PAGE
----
The Effect of Behavioral Techniques to Promote the Resumption of Ovarian Cyclicity in a Female Captive Chimpanzee (Pan troglodytes)
American Association of Zoo Veterinarians Conference 2006
Cristiane S. Pizzutto1, DVM, MS; Manuela G.F.B. Geronymo1, DVM; Cesar Ades2, PhD; Ana Maria Beresca3, Biol.; Sandra Helena R. Correa3, DVM, MS; Cláudio A. Oliveira1, DVM, MS, PhD; Marcelo A. de B. Vaz Guimarães1, DVM, MS, PhD
1Departamento de Reprodução Animal, Universidade de São Paulo, Cidade Universitária, São Paulo, Brazil; 2Instituto de Psicologia, Universidade de São Paulo, Cidade Universitária, São Paulo, Brazil; 3Fundação Parque Zoológico de São Paulo, Água Funda, São Paulo, Brazil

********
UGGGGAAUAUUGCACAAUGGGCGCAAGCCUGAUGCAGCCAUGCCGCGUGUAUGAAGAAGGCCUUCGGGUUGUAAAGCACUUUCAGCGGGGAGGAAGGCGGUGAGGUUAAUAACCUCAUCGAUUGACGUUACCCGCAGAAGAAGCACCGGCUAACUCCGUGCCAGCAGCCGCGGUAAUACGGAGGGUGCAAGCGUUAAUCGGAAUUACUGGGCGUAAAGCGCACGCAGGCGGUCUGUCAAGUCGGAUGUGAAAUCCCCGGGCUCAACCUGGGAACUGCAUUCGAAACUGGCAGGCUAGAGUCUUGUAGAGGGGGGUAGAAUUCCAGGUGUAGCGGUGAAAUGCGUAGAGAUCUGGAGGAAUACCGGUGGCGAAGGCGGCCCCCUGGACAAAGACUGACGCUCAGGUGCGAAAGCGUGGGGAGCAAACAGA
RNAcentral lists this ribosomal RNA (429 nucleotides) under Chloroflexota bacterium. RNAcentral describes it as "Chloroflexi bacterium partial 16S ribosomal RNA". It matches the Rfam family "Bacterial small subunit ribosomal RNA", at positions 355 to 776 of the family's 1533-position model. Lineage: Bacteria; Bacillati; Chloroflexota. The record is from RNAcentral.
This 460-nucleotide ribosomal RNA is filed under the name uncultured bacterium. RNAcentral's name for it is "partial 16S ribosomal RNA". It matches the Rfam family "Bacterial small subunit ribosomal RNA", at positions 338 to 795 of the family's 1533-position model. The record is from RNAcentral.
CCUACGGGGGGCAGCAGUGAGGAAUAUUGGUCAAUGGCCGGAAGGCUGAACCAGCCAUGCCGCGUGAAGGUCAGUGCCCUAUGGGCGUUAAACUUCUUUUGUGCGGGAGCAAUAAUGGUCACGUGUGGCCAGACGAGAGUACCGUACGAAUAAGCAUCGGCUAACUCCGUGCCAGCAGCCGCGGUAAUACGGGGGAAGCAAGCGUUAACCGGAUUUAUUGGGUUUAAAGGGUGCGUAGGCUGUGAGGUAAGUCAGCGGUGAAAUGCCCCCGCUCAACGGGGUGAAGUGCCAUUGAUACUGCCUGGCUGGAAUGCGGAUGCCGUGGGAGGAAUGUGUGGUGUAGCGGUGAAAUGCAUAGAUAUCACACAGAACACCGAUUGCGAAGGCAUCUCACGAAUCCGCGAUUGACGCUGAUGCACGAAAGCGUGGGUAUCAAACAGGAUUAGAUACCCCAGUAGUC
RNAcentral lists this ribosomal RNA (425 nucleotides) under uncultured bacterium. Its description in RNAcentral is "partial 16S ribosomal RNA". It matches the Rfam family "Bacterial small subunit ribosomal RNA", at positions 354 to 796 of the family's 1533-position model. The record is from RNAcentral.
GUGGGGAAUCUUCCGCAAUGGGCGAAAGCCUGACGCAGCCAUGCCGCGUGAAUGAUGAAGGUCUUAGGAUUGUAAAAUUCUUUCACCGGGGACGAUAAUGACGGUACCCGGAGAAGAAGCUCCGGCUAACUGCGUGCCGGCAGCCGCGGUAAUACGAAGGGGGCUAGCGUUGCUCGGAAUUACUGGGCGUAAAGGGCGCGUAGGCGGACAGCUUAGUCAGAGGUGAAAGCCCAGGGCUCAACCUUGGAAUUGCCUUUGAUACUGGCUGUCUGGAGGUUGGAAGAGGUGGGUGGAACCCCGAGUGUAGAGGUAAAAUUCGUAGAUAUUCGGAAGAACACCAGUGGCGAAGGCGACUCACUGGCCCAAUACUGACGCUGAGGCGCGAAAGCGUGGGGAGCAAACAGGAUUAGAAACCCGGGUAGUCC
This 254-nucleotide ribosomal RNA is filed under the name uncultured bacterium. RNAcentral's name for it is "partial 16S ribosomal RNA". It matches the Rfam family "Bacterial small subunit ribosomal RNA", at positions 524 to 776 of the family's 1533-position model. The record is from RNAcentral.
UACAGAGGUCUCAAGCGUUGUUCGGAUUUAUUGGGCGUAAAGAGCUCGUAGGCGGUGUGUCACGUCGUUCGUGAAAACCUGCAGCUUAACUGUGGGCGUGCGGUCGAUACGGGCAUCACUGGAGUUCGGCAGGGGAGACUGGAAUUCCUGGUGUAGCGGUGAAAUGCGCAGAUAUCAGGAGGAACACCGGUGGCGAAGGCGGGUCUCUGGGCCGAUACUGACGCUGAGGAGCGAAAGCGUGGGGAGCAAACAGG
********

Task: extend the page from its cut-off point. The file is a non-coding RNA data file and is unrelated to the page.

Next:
Environmental and behavioral enrichment techniques used with captive wild animals have become important for improving the quality of life and the reproductive performance of several species. The evaluation of the techniques should be done combining behavioral and hormonal parameters. The best way to measure hormones for this purpose is to use non-invasive techniques such as fecal hormone analysis. The aim of this work was to apply enrichment techniques to treat an acyclic captive female chimpanzee (Pan troglodytes) kept at the Sao Paulo Zoo, and to monitor the effects through the analysis of behavioral, hormonal, and physical (perineal tumescence) aspects. The first phase lasted 60 days and included 80 hours of behavioral observations through ethograms obtained by the focal sampling method and simultaneously collecting daily fecal samples in order to measure the levels of cortisol and estradiol. The perineal tumescence was subjectively scored. The aim of this phase was to characterize the current hormonal, behavioral, and perineal patterns before the introduction of the enrichment techniques. The second phase was characterized by the introduction of the enrichment techniques followed by another 80 hours of the same analysis of behavioral, hormonal, and perineal aspects previously described. The second phase also lasted 60 days. The results of the first phase showed a clear behavioral dysfunction with a high frequency of stereotypic (abnormal) behaviors associated with high levels of cortisol and low levels of estradiol followed by the absence of the ovarian cycle. In the second phase, the results showed a marked reduction in the frequency of stereotypic behaviors after the introduction of the enrichment, followed by the resumption of the ovarian cyclic activity demonstrated by the perineal tumescence patterns and fecal estradiol profile. In this phase, the fecal levels of cortisol presented an initial rise followed by a marked reduction to significant and sustained lower levels. In conclusion, our results strongly suggested that the enrichment techniques were efficient to treat the non-cyclic condition of this female chimpanzee, promoting a reduction of the stress level and resumption of the ovarian cyclicity.